I also think, when discussing beaver at the limits of their range. it useful to talk about jaguar in California. Yes jaguar ranged perhaps as far north as the Bay area historically. If you do some Internet sleuthing you will come across records of jaguar in Palm Springs and Monterey, California. But jaguar were rare  here in California even before European colonization. They were at the northern limit of their range. In all probability jaguar sporadically made it further up into the Pacific Northwest or Rocky mountains. But we will probably never find good records of them there as they were exceedingly rare even in the best of times. Likewise even in areas where they maintained populations we may never see records of them there. I think a similar situation is going on with the spotty record of beaver on the coast especially in southern California. They were never that common to begin with.

Wednesday, June 11, 2014

River Restoration... If You Want It

For this post I want to concentrate on several positive stories on river restoration. One does not have to look far these days to be pummeled into a state of angry depression. So only good new today.  Beaver are just one piece of the puzzle with regards to watershed health. I would offer the most important factor in watershed health/river restoration in compromised ecosystems is the still daunting task of increasing public awareness and interest in healthy rivers.

For any seemingly insurmountable challenge an invisible tipping point exists. Where the shackles that bind us to social inertia, inaction, and pragmatic pessimism,  are quickly stripped away and revealed for what they are: human constructs. What mankind has created, mankind can destroy.

"A couple of decades ago it was radical in terms of thinking you can take a dam out... unthinkable... the conversation has changed."

Last week I was very fortunate and blessed to see a screening of a very important, compelling, and timely film: Damnation. It was all you can hope for in terms of making a profound argument for letting the rivers of America run free and wild. I will not attempt to summarize or recap the points the film made you should just go see it for yourself.

What was especially important to me with regards to this film was that a key dam featured in the film, a noted dead beat dam, is Matilija dam of Ventura county. Matilija creek is a steelhead creek and the dam serves zero purpose what so ever being completely silted in. Patagonia, a company based in Ventura, produced and screened the film at their yard and have long championed removal of the dam. 

From tearing down dams to building small ones (the beaver variety of course!!). Make sure you check out and support the Beaver Believers with a taxable donation for their kickstarter. I just donated 25$, i would have loved to have donated more but I am a wage slave... But my 25$ gets me on the wall, gets me stickers, a digital download of the film and a beaver believers shot glass!! Awesome!! 23 days to go to reach the extended goal of 12,000$!! Good job believers!!!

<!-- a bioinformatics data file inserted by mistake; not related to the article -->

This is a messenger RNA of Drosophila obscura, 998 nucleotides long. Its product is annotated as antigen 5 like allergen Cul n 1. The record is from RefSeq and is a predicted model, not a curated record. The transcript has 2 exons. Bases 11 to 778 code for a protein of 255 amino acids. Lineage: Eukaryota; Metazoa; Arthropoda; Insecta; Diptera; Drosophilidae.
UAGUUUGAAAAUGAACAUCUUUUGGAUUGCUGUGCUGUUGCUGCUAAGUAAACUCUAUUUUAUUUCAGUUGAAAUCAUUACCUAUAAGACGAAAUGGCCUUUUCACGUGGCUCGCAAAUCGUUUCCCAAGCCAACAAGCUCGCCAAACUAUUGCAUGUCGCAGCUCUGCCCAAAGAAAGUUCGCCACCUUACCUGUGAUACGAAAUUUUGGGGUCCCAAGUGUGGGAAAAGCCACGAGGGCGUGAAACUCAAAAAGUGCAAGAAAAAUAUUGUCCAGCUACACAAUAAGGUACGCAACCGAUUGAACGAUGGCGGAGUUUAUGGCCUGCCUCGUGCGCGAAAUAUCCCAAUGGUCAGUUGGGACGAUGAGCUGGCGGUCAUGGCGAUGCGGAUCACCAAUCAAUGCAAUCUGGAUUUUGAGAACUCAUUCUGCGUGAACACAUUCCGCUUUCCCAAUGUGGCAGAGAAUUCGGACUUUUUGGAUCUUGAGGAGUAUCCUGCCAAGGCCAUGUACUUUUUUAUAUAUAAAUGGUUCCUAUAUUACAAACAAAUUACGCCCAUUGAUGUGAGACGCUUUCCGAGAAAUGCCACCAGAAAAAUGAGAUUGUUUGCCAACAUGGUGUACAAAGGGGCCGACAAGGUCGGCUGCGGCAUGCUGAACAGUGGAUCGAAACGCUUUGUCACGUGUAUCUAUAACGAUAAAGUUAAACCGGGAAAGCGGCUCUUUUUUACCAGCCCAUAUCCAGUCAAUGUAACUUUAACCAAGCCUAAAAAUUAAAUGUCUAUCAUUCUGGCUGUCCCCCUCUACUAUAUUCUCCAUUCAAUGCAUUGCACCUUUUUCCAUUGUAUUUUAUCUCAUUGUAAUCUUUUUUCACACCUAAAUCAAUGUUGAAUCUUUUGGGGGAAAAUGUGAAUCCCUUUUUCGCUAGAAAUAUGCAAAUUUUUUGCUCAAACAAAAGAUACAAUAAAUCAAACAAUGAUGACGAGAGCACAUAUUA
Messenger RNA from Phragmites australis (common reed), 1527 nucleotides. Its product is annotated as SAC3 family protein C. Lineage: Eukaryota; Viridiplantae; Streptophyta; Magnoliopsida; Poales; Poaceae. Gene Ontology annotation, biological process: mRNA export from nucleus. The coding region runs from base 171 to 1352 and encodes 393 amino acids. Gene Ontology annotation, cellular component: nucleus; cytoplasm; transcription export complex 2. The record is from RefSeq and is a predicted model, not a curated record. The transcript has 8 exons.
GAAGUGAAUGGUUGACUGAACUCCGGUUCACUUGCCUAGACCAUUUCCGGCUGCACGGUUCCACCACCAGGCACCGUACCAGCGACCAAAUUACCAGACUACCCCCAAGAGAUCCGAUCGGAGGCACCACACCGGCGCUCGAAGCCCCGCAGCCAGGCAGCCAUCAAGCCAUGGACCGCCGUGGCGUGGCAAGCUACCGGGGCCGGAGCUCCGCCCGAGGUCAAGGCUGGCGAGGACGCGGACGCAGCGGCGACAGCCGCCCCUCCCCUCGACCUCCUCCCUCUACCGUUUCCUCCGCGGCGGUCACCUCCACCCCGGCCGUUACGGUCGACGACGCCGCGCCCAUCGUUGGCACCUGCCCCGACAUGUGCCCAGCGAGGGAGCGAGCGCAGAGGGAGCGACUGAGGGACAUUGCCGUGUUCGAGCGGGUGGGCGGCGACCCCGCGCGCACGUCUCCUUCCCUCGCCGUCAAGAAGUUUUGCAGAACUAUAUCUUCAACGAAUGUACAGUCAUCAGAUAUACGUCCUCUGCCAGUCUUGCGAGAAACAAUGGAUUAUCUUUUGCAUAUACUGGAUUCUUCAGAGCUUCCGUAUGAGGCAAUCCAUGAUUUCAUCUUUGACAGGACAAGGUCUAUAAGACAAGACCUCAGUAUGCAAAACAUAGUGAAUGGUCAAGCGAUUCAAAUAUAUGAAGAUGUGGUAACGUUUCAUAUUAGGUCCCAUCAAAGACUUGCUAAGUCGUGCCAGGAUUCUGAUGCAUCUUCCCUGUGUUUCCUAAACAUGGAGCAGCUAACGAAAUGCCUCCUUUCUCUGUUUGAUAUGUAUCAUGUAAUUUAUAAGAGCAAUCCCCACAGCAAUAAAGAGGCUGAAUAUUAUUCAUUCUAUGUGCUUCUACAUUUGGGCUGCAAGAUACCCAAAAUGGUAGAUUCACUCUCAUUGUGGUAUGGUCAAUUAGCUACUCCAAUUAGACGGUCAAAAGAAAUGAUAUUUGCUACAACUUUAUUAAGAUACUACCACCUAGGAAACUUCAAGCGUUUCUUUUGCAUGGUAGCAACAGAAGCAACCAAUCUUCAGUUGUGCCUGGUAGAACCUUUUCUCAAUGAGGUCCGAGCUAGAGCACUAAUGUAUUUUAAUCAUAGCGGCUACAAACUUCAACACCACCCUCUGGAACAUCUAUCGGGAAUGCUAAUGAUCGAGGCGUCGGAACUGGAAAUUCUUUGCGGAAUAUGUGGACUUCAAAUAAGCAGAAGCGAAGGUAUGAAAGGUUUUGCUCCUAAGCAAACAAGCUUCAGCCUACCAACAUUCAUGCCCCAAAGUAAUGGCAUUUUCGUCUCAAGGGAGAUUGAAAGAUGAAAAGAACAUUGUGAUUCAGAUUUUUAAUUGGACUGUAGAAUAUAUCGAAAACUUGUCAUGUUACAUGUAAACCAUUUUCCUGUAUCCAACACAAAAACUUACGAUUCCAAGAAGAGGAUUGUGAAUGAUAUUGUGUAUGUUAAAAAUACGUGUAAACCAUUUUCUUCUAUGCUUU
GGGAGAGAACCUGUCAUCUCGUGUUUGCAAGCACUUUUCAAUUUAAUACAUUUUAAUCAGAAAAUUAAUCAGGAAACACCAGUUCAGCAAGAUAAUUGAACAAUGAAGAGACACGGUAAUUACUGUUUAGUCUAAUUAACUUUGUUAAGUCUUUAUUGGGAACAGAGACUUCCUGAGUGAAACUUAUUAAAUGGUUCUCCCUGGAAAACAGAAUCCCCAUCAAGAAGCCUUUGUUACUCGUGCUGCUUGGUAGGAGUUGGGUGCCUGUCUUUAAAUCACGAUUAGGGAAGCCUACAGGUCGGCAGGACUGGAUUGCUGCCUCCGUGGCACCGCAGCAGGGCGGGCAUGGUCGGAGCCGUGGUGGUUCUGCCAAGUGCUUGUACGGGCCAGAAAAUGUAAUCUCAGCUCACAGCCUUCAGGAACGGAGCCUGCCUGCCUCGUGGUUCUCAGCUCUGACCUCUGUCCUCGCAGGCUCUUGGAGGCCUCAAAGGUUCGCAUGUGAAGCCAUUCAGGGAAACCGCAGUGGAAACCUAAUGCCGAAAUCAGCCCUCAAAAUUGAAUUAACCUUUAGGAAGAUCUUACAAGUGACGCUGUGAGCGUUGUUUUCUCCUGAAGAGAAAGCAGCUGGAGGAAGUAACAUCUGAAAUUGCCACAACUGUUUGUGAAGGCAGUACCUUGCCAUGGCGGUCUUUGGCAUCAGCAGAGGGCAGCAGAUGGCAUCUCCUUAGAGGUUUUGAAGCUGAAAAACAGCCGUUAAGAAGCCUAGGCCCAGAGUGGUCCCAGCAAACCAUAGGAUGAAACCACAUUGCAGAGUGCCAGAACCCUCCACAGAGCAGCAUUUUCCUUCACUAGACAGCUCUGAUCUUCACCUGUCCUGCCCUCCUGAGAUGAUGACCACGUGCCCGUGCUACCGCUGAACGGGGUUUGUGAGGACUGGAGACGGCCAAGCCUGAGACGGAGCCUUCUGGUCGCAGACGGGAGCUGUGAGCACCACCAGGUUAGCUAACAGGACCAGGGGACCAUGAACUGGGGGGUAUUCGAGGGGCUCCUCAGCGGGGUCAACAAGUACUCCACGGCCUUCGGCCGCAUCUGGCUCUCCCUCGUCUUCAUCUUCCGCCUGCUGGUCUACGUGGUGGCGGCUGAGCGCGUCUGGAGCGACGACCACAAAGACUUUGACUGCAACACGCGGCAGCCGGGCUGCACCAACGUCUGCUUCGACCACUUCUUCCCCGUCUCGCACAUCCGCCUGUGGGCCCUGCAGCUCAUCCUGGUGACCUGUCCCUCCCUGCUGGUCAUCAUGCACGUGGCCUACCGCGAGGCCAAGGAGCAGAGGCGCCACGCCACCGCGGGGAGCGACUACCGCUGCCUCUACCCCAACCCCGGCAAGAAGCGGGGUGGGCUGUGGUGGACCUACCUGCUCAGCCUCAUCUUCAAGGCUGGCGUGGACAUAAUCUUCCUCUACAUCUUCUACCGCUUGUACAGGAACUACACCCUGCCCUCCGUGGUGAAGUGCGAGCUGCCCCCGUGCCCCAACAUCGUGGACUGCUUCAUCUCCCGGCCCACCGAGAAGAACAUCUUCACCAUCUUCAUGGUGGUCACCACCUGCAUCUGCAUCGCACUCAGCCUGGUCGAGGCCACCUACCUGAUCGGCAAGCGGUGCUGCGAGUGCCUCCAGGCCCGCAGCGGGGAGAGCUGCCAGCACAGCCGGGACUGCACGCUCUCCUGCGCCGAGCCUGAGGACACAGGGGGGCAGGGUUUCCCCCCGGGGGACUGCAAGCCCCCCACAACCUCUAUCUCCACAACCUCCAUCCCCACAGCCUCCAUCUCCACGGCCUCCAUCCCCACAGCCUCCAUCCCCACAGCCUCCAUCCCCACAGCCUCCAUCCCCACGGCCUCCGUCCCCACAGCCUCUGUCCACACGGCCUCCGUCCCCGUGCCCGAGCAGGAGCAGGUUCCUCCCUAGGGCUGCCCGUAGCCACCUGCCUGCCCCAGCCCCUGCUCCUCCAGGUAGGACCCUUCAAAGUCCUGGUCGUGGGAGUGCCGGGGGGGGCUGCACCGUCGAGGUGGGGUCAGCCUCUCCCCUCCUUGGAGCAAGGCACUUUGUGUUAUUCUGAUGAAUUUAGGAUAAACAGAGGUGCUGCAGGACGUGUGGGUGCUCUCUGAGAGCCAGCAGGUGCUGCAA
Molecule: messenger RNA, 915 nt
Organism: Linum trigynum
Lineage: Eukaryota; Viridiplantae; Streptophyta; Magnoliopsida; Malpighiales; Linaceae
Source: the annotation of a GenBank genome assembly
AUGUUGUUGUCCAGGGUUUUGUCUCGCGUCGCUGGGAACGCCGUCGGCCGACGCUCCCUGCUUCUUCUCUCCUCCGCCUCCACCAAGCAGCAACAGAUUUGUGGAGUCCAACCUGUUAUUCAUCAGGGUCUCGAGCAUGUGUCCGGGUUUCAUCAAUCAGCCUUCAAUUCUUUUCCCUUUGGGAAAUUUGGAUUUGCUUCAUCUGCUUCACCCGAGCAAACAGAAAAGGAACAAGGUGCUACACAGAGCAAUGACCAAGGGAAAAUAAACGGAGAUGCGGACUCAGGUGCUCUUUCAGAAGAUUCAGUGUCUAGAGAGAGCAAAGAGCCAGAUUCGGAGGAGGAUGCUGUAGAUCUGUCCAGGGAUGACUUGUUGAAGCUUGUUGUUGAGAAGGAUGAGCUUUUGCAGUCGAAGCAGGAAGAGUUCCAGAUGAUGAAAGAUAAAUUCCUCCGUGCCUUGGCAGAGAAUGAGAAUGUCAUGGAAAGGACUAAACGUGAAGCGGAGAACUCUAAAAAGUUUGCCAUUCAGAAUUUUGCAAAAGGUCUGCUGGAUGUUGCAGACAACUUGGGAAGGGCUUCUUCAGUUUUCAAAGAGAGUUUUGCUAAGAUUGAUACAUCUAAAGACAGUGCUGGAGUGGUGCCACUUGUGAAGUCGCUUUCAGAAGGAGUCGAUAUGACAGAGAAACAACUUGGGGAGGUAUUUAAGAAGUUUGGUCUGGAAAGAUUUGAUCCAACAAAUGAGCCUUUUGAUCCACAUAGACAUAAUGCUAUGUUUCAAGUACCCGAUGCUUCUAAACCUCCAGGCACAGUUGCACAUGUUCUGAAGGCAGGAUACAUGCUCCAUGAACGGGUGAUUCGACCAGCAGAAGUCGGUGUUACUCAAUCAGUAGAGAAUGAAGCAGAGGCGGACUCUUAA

"Water is one of the most sacred, magical, and powerful gifts that we have ever been given, and we need to remember that because we have forgotten it."

"If we can put beaver back in the majority of the streams where they used to be is exactly what we should be doing."

Films such as these, and the powerful messages behind them, offer hope that a new dawn is rising with regards to our attitude towards the lands we live on and the wild beings we share the earth with. It is important to remind ourselves that every journey begins with the first step and that 
the darkest hour is just before dawn.

Steve Nash. Oxnard CA

Friday, May 30, 2014

Vern-Freeman Diversion Part 2

Above is a picture of water in southern California. Look closely because it is going away... Now what you are looking at is one of the main channels leading to the dozens of acres of man made ponds that recharge the aquifer on the Oxnard plain. The water is diverted from the Santa Clara River at this specific spot because of the congruence of the river leaving a wide valley and maximum percolation utility for the aquifer. Why is recharging the aquifer so important? Because growing strawberries in a semidesert. And because agriculture is taking out more than is being put back naturally. And because strawberries do not grow on salt water. And salt water intrusion occurs in places like Oxnard when freshwater groundwater reserves are tapped so long and hard that salt water creeps in. And it takes about 40 gallons of freshwater to combat 1 gallon of saltwater. Despite all these measures, it is quite possible that the water situation in Ventura county will be handed over to the feds through a process known as adjudication. Because we could not handle our resources responsibly the adults will have to step in.